You often hear the complaint ‘they don’t make films like they used to,’ but that charge cannot fairly be levelled at the new action-adventure release The Lost City of Z. It feels exactly like a film ‘they’ used to make. It has a faintly timeless quality; technological advances aside, it wouldn’t look out of place had it surfaced any time since World War II.
The Lost City of Z is based on the fascinating life story of Colonel Percy Fawcett, a British officer who, more than 100 years ago, led expeditions into unmapped jungle regions of South America, searching for evidence of an extinct civilisation.
Fawcett, played by Charlie Hunnam, a decent British actor who has not yet quite achieved star status, is swiftly established as a capable army officer whose advancement may have been hindered by his lowly upbringing. “Rather unfortunate in his choice of ancestors,” a superior officer observes disdainfully. Yet his passion for charting unknown regions of South America is clearly genuine, and the Royal Geographical Society finances his first modest exploration of this unknown terrain.
Fawcett bids adieu to his strong-minded wife (Sienna Miller) and his young son Jack (Tom Holland) for a projected two-year trip. He takes with him Henry Costin, an ex-military comrade (Robert Pattinson, barely recognisable behind a thick beard) and a handful of porters and guides. At this stage Fawcett seems like an updated Don Quixote, but as the film progresses, his steely determination to achieve his goals becomes clear. He becomes less of a map-maker and more of an obsessive – a progression familiar in stories of this kind.
But the jungle scenes (actually shot in Colombia) offer terrific visual opportunities to director James Gray and his cinematographer Darius Khondji. The film looks terrific – lush, verdant and utterly foreign, full of unforeseen dangers, both animal and human. As the expedition’s barge makes its way up river, there is an overwhelming sense of known civilisation being left behind for – who knows what?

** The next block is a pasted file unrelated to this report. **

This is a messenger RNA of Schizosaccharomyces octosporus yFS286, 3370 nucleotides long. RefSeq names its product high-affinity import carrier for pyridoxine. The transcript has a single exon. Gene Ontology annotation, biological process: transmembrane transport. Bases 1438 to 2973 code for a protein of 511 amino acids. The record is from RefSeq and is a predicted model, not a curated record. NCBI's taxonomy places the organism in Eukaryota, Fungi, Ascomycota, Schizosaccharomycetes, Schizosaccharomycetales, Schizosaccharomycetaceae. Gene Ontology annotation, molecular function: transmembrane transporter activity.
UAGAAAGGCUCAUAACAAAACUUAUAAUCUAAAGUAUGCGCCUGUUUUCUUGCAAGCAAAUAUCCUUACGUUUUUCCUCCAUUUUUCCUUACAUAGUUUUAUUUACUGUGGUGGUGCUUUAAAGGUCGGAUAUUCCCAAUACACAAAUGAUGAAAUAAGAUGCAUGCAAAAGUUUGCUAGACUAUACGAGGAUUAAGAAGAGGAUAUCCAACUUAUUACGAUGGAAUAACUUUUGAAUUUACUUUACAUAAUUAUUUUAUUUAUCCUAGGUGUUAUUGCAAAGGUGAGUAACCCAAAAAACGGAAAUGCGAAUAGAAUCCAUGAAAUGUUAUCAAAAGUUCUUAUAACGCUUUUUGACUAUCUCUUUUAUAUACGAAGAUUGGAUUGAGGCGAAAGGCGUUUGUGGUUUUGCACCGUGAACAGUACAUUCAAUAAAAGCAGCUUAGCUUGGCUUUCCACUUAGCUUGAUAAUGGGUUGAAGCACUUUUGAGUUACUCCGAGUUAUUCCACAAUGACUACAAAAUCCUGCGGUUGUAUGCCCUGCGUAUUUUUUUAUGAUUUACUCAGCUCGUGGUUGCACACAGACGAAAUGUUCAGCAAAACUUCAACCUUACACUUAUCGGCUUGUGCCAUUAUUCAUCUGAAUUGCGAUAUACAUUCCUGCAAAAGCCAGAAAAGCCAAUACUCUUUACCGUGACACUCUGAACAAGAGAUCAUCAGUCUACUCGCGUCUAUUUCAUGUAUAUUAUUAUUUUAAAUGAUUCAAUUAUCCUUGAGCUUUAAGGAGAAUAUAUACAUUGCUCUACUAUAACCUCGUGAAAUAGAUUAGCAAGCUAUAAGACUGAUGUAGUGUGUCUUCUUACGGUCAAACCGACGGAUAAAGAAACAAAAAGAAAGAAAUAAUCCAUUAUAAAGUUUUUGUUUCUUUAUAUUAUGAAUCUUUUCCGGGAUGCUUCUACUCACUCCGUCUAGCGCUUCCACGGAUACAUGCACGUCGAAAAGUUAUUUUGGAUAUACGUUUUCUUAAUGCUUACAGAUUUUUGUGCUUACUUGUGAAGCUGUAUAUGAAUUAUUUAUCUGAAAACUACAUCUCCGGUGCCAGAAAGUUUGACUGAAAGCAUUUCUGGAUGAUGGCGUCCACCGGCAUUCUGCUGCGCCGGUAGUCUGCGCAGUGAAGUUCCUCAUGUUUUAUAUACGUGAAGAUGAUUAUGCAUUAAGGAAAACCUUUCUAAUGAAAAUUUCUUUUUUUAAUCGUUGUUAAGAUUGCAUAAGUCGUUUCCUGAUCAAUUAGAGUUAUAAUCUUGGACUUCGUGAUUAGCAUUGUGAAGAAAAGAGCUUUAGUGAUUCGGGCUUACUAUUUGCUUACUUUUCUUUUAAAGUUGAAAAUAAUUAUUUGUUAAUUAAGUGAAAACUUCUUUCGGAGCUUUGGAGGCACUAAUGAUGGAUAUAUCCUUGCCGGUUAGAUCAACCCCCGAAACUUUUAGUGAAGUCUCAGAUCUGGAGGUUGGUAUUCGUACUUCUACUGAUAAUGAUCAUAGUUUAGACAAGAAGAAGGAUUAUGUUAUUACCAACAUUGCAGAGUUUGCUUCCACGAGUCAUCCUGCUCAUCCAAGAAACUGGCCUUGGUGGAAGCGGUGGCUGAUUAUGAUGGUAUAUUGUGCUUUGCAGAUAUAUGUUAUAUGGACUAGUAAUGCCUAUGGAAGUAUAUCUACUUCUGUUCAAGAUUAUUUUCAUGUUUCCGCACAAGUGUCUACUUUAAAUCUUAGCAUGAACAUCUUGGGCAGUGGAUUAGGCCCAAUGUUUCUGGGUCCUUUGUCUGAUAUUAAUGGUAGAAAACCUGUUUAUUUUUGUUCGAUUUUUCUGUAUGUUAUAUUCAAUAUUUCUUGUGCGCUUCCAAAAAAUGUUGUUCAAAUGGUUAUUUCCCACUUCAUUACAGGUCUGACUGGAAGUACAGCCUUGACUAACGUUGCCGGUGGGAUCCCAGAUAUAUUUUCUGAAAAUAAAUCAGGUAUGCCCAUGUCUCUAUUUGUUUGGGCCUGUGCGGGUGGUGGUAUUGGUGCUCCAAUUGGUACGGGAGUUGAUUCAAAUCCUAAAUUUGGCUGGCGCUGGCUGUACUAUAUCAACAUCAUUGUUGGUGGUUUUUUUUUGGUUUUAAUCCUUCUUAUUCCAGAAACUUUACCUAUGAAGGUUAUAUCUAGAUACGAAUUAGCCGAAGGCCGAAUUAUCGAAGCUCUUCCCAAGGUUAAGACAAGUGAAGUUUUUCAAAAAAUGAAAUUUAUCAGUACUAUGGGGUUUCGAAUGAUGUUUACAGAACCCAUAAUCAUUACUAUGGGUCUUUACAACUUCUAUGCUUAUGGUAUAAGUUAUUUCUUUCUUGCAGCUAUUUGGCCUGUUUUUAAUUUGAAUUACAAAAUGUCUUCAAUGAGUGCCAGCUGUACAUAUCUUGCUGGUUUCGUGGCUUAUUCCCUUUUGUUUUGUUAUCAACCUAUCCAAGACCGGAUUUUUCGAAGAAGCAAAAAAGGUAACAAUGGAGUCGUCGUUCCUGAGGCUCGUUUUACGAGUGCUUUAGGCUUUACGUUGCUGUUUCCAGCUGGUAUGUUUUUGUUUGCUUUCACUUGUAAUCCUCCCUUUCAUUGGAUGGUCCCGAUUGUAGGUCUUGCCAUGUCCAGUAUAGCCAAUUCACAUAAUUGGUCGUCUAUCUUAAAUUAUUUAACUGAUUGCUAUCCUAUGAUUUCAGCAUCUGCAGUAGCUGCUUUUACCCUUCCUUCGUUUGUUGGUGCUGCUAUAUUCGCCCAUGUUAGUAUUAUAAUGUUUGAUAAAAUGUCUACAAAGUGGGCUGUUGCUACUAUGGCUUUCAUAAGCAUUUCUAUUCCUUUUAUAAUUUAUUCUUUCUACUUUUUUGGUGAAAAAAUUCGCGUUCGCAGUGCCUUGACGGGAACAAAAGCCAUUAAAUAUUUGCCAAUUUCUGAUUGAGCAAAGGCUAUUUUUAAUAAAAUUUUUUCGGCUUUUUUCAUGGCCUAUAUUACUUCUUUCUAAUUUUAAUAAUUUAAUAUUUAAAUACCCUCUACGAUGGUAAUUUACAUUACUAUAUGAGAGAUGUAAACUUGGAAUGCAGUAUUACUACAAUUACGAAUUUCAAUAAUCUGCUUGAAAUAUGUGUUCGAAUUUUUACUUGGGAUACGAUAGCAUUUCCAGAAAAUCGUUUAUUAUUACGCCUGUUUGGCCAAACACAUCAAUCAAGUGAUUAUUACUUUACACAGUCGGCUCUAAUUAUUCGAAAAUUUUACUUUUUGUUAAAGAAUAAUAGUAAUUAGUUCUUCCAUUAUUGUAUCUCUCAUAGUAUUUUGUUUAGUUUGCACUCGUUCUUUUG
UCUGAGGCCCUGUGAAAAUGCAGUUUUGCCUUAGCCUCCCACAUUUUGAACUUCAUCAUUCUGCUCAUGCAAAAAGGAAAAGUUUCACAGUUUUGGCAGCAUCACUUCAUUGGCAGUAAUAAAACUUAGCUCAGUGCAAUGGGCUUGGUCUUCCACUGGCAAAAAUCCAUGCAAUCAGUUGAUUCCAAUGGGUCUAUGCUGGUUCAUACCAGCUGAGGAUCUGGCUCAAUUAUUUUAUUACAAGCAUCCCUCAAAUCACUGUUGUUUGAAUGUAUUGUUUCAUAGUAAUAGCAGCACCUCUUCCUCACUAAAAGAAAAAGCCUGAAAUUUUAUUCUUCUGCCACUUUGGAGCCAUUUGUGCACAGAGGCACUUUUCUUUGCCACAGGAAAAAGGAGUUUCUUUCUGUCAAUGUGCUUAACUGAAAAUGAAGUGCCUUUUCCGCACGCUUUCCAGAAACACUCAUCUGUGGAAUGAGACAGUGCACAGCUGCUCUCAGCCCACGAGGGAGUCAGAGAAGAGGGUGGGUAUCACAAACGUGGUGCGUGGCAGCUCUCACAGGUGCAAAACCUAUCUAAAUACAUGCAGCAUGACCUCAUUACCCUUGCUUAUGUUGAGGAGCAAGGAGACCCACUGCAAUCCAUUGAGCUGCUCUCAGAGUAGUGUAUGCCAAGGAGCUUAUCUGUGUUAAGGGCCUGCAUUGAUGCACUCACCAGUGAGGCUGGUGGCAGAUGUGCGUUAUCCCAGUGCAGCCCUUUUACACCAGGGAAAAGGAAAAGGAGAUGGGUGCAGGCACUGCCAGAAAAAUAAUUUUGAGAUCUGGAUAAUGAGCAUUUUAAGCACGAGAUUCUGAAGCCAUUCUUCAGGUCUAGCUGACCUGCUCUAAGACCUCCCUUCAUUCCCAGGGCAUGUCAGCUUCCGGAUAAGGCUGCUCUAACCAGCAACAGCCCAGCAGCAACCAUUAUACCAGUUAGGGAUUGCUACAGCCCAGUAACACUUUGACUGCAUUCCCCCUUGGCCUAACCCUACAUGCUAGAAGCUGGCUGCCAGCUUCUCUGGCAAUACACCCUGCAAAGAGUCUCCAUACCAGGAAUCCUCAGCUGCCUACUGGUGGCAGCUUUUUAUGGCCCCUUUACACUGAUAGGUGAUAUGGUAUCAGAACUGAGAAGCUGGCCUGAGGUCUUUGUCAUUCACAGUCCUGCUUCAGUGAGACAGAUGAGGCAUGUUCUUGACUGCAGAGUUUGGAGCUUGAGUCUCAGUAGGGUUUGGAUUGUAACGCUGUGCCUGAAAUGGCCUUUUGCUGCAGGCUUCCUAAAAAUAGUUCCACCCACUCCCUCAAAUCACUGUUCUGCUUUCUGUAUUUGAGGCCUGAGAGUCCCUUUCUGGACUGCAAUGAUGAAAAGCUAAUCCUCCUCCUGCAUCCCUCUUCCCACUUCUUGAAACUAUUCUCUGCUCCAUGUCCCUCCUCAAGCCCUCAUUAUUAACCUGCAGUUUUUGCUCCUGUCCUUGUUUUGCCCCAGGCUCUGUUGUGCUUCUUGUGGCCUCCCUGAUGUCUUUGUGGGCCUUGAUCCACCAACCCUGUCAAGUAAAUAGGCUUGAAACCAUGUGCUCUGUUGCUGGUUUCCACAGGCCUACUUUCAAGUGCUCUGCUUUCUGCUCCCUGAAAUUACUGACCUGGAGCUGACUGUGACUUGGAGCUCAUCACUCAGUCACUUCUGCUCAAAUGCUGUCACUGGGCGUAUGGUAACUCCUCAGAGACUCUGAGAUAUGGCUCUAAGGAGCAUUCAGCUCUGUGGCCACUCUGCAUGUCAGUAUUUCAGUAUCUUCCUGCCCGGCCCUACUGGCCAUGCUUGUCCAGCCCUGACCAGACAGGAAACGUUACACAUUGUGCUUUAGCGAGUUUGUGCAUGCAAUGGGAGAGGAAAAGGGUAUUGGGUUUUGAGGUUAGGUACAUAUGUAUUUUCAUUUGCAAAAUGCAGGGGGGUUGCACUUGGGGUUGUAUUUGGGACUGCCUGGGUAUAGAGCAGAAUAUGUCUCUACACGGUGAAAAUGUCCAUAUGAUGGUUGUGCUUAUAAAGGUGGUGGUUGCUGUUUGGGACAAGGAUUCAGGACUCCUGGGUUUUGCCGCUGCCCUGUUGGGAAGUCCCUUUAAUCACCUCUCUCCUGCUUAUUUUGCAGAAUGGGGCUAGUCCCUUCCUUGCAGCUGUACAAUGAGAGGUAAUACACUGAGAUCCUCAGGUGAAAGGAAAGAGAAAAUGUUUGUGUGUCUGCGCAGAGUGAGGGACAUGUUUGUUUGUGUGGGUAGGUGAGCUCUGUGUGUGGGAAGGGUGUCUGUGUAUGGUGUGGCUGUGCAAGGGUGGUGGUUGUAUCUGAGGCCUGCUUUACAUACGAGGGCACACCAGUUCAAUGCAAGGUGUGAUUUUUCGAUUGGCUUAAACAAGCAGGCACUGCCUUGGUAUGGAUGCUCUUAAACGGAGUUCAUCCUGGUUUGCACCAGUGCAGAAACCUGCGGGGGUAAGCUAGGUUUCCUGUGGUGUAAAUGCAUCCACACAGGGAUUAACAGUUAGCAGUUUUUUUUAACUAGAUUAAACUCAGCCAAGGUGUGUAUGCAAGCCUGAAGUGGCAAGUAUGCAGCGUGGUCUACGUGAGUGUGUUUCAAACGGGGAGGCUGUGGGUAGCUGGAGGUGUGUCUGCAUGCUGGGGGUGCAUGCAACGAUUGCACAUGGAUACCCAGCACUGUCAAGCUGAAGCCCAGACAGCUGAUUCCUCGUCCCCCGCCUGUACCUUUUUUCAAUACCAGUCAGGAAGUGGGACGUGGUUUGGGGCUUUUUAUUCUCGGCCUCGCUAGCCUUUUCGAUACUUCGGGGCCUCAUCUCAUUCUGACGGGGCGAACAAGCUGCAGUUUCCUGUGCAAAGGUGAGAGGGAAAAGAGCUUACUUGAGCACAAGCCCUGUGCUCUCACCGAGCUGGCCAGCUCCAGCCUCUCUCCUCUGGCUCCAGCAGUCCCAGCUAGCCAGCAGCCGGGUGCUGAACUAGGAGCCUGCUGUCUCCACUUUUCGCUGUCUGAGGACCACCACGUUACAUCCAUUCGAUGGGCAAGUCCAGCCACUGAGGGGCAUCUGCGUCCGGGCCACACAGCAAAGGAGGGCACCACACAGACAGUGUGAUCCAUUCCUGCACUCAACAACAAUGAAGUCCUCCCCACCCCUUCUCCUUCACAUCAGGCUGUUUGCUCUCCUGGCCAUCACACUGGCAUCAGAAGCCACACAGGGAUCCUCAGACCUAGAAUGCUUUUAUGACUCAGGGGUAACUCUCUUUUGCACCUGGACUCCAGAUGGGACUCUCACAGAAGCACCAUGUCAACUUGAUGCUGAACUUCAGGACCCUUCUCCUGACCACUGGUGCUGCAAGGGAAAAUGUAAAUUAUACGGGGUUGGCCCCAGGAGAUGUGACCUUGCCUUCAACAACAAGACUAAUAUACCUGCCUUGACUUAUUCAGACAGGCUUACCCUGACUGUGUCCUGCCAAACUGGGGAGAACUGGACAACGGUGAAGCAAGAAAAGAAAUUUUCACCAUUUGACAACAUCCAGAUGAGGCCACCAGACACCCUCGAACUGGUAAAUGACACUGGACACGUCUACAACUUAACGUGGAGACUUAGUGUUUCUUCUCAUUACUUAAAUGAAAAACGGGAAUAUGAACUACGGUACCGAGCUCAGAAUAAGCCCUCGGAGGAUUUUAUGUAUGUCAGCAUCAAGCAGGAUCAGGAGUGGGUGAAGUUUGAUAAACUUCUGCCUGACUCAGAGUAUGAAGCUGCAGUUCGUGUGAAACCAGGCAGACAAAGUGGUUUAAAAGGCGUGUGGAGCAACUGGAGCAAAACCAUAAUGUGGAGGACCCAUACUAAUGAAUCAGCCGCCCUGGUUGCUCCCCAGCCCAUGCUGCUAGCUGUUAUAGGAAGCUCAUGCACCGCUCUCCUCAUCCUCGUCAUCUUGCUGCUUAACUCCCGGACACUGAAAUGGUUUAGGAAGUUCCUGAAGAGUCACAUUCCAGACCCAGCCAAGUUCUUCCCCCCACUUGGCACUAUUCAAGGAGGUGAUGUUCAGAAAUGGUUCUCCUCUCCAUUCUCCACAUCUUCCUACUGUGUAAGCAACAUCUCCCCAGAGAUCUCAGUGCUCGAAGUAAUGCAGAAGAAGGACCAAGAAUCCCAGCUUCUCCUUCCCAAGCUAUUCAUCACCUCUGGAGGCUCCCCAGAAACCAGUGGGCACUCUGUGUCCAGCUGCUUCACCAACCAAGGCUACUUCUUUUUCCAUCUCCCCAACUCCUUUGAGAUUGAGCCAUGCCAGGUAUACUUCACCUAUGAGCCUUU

The party encounters tribesmen, some friendly, but others openly hostile, firing off arrows in their direction. But in his low-key manner, Hunnam effectively suggests a subtle change in Fawcett’s attitude; he seemingly becomes immune to fear, and ploughs on with his mission, regardless of its obvious dangers. At this stage, Hunnam looks like a sound casting choice – had this film been a vehicle for a star actor, it would have been less credible.
Scenes of the barge making its way up river inevitably recall a couple of classic films: Francis Ford Coppola’s Apocalypse Now and Werner Herzog’s Aguirre, Wrath of God. But whereas madness and megalomania featured strongly in those films’ later stages, The Lost City of Z is a milder, less operatic story. Fawcett is never devoured by his mission; it simply makes him more intractable.
This may be why it feels overstretched at 141 minutes (12 minutes shorter than Coppola’s film). Once we’ve seen Fawcett and his crew at large in the jungle, dealing with all its various perils, the story has nowhere to go in dramatic terms – except for more expeditions of a similar nature. The film’s third act feels sluggish and anti-climactic.
The Lost City of Z may be good-looking and, for its first half at least, somewhat intriguing – but it falls far short of being a classic.
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